That Fake Crowd-Sourced Refugee Rescue App Returned Its Award
'No good deed goes unpunished,' says ad agency that developed an app that didn't rescue anyone
Remember I Sea, the app that claimed it would let users look for Syrian refugees crossing the Mediterranean Sea and then summon help for them, all from their mobile phones? That app turned out to have one problem: it didn’t actually work. Now, in a mea culpa of sorts, the company has returned the prestigious award it won, though it still doesn’t seem that sorry.
The Singapore arm of advertising agency Grey Group developed the app through its “Grey for Good” initiative, and it was available for download in the Apple store for about a week until people realized that the square of water they’d been given to search for refugees was just a static picture and not a real-time satellite image, like the app promised.
Grey for Good responded that the app was still in “testing mode,” Apple pulled it from its store. The app claimed users’ reports of endangered refugee boats would go to an NGO, Migrant Offshore Aid Station, who’d try help, but that NGO issued a statement saying it didn’t have anything to do with the app’s development and was upset to discover that it didn’t work.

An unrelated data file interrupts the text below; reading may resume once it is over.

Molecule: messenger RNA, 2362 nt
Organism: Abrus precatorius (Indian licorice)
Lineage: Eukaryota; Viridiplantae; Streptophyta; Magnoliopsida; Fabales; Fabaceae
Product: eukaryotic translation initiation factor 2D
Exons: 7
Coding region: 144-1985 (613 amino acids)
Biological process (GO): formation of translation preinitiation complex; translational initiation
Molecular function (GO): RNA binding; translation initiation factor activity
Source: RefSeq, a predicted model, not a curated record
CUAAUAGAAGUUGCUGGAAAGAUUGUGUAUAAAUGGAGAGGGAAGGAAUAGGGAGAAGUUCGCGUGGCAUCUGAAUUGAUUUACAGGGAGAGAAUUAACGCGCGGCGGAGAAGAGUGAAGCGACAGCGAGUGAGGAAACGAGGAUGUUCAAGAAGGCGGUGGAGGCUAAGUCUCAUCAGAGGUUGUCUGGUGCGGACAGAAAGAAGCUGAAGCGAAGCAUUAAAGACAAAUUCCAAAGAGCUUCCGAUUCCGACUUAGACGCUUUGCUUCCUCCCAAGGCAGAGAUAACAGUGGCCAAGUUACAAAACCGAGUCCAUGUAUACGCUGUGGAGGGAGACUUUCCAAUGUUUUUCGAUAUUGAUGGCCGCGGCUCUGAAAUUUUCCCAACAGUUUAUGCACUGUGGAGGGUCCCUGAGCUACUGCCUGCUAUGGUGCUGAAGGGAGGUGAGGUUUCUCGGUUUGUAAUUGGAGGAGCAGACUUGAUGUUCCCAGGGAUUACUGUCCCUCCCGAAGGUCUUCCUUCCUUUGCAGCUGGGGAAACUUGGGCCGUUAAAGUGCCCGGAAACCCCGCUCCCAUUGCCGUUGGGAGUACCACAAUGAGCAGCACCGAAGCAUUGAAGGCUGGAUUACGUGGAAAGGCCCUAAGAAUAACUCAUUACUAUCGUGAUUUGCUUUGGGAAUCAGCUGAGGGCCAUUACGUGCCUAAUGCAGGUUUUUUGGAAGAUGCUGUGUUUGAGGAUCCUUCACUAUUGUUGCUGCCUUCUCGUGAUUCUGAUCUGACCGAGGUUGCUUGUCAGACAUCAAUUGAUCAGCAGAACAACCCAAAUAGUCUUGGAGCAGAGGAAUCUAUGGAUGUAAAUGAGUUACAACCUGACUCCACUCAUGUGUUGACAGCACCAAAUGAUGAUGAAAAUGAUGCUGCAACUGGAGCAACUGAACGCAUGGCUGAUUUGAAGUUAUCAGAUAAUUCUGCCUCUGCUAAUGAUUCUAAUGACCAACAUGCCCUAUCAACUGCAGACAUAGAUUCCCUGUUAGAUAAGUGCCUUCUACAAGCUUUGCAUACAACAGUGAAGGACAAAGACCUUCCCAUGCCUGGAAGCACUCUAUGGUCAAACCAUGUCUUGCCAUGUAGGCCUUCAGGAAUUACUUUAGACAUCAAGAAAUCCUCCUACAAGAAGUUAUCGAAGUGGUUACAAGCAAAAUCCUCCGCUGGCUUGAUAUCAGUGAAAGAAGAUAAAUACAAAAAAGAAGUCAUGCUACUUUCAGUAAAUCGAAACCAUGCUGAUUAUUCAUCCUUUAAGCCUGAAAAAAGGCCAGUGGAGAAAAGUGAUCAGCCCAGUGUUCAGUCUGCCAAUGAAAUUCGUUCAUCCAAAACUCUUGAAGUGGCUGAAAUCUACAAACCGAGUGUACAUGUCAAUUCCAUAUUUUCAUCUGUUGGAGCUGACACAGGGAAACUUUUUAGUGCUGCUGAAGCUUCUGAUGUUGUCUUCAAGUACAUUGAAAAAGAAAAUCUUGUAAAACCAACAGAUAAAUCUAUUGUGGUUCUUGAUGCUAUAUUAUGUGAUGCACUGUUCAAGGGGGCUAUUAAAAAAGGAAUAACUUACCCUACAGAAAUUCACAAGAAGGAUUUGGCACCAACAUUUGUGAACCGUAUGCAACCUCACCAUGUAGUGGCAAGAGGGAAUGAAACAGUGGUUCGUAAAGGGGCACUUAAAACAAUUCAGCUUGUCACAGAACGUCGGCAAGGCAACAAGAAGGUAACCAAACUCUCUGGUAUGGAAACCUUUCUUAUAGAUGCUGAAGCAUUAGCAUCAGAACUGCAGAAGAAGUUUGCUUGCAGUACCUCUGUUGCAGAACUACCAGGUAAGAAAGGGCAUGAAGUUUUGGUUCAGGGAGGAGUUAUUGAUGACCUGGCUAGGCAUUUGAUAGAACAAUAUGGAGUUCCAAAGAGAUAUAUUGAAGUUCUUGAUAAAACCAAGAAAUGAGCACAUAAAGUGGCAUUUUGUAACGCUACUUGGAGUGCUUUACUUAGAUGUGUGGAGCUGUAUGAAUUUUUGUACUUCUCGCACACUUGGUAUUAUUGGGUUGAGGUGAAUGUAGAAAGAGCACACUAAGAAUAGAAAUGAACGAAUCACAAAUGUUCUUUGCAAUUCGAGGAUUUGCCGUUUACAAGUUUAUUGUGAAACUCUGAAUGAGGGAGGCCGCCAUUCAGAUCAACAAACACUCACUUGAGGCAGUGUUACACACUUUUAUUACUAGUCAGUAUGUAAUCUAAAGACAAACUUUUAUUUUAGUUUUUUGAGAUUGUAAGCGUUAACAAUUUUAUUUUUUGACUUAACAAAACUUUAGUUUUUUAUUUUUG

But, despite all that unfolding, I Sea managed to win a Bronze Cannes Lion Award during its brief release. Except not anymore, as Grey Group returned it on Wednesday, complete with a defiant statement that places all the blame on everyone but Grey Group.
“During Cannes we said the app was real and its creator, Grey for Good in Singapore, is a highly respected philanthropic unit that has helped numerous non-profit organizations,” the statement says. “Moreover, Grey is one of the most creatively awarded agencies in the world with the highest ethical standards. We won over 90 Cannes Lions this year alone so there is no need for scam projects. However, given the unwarranted, unfair, unrelenting attacks by unnamed bloggers, we are putting an end to this and returning the Bronze Lion so there is not even the hint of impropriety or a question of our integrity. The saying no good deed goes unpunished is apt in this case.”
So there you have it: Grey Group has plenty of awards, thank you very much, so it doesn’t even need this one for its very real and working app that no one will get to have now because people are mean. Why even bother to tell people you made an app that saves refugees but doesn’t do anything, anyway?